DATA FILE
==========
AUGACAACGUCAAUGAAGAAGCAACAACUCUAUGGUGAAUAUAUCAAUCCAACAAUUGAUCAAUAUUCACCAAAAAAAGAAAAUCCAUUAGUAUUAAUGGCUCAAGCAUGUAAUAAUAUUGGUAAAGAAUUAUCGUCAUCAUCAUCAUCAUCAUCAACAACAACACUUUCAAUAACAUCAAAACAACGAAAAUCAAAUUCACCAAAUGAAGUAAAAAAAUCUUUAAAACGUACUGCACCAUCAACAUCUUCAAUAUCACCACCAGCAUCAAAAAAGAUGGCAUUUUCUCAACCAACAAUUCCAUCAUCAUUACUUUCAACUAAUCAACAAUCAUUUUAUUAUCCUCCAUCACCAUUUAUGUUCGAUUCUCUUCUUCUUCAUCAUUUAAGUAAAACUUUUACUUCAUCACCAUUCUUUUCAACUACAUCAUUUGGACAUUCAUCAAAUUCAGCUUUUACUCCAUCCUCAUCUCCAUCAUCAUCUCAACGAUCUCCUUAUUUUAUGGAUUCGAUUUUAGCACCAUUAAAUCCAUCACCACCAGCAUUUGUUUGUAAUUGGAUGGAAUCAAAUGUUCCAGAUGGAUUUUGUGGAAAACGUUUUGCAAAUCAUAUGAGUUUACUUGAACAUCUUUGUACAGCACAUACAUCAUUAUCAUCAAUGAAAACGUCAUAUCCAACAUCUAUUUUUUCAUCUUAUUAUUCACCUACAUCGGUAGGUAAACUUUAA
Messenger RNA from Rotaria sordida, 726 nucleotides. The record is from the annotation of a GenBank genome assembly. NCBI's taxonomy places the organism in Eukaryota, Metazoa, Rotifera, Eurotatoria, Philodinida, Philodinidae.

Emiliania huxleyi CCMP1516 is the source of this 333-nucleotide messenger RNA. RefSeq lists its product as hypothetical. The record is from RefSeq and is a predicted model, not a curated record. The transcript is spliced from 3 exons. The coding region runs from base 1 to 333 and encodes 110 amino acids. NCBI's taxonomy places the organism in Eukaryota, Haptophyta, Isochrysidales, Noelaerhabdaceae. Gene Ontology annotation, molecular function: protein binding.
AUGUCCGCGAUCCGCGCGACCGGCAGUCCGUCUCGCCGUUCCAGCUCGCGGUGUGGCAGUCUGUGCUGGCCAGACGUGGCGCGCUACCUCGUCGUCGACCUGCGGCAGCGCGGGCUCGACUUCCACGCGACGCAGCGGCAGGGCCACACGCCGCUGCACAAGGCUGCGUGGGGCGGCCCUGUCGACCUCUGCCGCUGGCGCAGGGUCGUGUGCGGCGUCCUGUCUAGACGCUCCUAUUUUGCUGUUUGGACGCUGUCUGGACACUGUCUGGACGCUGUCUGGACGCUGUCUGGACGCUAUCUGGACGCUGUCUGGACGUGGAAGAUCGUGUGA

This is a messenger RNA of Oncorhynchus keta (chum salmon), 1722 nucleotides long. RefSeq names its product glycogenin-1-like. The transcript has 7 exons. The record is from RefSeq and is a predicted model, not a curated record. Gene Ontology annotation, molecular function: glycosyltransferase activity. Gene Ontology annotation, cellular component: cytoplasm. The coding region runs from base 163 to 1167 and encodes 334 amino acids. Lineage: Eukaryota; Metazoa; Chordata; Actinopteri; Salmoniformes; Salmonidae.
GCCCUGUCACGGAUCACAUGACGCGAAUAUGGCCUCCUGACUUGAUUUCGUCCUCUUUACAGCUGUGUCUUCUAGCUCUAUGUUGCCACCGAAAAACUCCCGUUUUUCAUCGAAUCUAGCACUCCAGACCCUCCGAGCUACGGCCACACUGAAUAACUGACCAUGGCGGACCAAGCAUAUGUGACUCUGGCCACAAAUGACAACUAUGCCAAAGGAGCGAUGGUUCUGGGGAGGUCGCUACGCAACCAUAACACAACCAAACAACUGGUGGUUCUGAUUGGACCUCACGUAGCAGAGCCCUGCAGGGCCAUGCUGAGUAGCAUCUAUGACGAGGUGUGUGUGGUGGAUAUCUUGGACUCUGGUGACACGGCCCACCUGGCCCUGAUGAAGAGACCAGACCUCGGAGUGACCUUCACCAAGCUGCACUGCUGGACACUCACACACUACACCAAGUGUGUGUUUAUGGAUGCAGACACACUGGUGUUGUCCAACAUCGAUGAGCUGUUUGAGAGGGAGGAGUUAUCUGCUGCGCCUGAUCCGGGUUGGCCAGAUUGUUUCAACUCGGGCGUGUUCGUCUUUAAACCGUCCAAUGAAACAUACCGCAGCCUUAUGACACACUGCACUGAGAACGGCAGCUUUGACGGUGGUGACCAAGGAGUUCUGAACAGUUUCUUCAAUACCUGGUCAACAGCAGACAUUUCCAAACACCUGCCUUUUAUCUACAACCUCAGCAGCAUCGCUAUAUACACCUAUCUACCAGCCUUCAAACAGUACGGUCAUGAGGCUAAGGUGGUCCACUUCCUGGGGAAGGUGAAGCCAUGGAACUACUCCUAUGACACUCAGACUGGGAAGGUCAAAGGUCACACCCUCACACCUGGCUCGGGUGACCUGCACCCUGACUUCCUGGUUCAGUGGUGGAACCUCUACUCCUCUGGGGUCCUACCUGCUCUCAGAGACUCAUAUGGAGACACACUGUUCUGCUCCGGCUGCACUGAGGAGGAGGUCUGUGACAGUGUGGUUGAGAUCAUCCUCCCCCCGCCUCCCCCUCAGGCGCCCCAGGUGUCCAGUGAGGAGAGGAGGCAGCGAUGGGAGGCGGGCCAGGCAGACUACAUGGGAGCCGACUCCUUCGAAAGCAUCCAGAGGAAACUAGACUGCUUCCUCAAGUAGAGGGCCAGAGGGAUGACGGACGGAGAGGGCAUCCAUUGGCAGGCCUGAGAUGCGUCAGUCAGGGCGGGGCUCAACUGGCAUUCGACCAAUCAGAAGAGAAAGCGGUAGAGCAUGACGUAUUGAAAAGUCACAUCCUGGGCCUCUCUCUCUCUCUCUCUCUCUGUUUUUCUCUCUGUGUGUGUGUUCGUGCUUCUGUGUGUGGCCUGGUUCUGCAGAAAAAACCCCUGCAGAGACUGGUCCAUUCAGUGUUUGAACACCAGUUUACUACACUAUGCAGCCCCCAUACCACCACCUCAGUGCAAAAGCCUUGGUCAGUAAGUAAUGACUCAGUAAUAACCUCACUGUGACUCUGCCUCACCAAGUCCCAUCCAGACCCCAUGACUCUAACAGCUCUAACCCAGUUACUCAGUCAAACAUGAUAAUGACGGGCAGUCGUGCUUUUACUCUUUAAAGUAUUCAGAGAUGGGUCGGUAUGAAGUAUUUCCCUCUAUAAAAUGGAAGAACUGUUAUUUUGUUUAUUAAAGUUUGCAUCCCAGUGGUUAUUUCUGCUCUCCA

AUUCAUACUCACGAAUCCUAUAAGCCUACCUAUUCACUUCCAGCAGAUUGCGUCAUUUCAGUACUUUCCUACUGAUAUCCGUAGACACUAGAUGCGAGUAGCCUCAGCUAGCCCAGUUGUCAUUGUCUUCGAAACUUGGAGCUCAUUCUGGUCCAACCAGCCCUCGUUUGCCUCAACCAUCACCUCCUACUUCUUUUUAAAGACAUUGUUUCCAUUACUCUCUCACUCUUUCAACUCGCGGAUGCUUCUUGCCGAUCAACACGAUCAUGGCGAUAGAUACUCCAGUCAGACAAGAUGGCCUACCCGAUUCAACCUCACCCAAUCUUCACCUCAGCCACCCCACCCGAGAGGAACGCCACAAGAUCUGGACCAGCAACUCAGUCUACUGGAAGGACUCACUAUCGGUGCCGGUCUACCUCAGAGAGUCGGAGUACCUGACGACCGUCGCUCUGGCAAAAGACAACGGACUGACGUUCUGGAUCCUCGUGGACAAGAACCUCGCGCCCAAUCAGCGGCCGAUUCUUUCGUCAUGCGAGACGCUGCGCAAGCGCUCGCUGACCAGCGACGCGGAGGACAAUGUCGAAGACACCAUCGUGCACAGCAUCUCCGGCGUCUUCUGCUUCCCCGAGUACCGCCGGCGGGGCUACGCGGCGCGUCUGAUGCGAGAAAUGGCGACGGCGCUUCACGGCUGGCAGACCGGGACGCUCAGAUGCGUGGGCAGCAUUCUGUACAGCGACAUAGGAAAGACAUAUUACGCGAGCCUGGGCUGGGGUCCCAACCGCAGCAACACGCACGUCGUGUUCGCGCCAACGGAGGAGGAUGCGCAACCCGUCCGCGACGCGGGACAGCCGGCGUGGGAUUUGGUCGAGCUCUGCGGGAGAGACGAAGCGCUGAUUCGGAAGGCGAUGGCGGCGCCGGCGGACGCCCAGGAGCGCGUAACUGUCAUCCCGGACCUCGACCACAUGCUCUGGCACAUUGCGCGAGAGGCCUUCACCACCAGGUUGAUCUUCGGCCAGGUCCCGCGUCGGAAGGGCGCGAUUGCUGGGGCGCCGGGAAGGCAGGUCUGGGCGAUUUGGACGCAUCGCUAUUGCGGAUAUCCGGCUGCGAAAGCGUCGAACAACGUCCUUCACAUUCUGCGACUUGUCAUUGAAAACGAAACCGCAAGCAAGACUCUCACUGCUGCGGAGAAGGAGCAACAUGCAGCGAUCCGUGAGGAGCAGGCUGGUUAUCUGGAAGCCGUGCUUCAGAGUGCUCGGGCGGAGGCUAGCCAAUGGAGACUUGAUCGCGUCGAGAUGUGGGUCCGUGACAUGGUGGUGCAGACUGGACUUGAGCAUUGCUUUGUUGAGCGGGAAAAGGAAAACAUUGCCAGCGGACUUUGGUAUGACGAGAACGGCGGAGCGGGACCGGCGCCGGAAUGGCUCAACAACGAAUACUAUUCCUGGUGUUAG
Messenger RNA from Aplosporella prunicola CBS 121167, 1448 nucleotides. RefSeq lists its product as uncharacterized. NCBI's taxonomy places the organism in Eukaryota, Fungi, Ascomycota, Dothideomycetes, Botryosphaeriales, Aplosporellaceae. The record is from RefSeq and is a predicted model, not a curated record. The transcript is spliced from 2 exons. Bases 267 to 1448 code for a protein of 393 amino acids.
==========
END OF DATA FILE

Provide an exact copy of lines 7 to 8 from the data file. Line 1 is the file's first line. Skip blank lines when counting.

AUUCAUACUCACGAAUCCUAUAAGCCUACCUAUUCACUUCCAGCAGAUUGCGUCAUUUCAGUACUUUCCUACUGAUAUCCGUAGACACUAGAUGCGAGUAGCCUCAGCUAGCCCAGUUGUCAUUGUCUUCGAAACUUGGAGCUCAUUCUGGUCCAACCAGCCCUCGUUUGCCUCAACCAUCACCUCCUACUUCUUUUUAAAGACAUUGUUUCCAUUACUCUCUCACUCUUUCAACUCGCGGAUGCUUCUUGCCGAUCAACACGAUCAUGGCGAUAGAUACUCCAGUCAGACAAGAUGGCCUACCCGAUUCAACCUCACCCAAUCUUCACCUCAGCCACCCCACCCGAGAGGAACGCCACAAGAUCUGGACCAGCAACUCAGUCUACUGGAAGGACUCACUAUCGGUGCCGGUCUACCUCAGAGAGUCGGAGUACCUGACGACCGUCGCUCUGGCAAAAGACAACGGACUGACGUUCUGGAUCCUCGUGGACAAGAACCUCGCGCCCAAUCAGCGGCCGAUUCUUUCGUCAUGCGAGACGCUGCGCAAGCGCUCGCUGACCAGCGACGCGGAGGACAAUGUCGAAGACACCAUCGUGCACAGCAUCUCCGGCGUCUUCUGCUUCCCCGAGUACCGCCGGCGGGGCUACGCGGCGCGUCUGAUGCGAGAAAUGGCGACGGCGCUUCACGGCUGGCAGACCGGGACGCUCAGAUGCGUGGGCAGCAUUCUGUACAGCGACAUAGGAAAGACAUAUUACGCGAGCCUGGGCUGGGGUCCCAACCGCAGCAACACGCACGUCGUGUUCGCGCCAACGGAGGAGGAUGCGCAACCCGUCCGCGACGCGGGACAGCCGGCGUGGGAUUUGGUCGAGCUCUGCGGGAGAGACGAAGCGCUGAUUCGGAAGGCGAUGGCGGCGCCGGCGGACGCCCAGGAGCGCGUAACUGUCAUCCCGGACCUCGACCACAUGCUCUGGCACAUUGCGCGAGAGGCCUUCACCACCAGGUUGAUCUUCGGCCAGGUCCCGCGUCGGAAGGGCGCGAUUGCUGGGGCGCCGGGAAGGCAGGUCUGGGCGAUUUGGACGCAUCGCUAUUGCGGAUAUCCGGCUGCGAAAGCGUCGAACAACGUCCUUCACAUUCUGCGACUUGUCAUUGAAAACGAAACCGCAAGCAAGACUCUCACUGCUGCGGAGAAGGAGCAACAUGCAGCGAUCCGUGAGGAGCAGGCUGGUUAUCUGGAAGCCGUGCUUCAGAGUGCUCGGGCGGAGGCUAGCCAAUGGAGACUUGAUCGCGUCGAGAUGUGGGUCCGUGACAUGGUGGUGCAGACUGGACUUGAGCAUUGCUUUGUUGAGCGGGAAAAGGAAAACAUUGCCAGCGGACUUUGGUAUGACGAGAACGGCGGAGCGGGACCGGCGCCGGAAUGGCUCAACAACGAAUACUAUUCCUGGUGUUAG
Messenger RNA from Aplosporella prunicola CBS 121167, 1448 nucleotides. RefSeq lists its product as uncharacterized. NCBI's taxonomy places the organism in Eukaryota, Fungi, Ascomycota, Dothideomycetes, Botryosphaeriales, Aplosporellaceae. The record is from RefSeq and is a predicted model, not a curated record. The transcript is spliced from 2 exons. Bases 267 to 1448 code for a protein of 393 amino acids.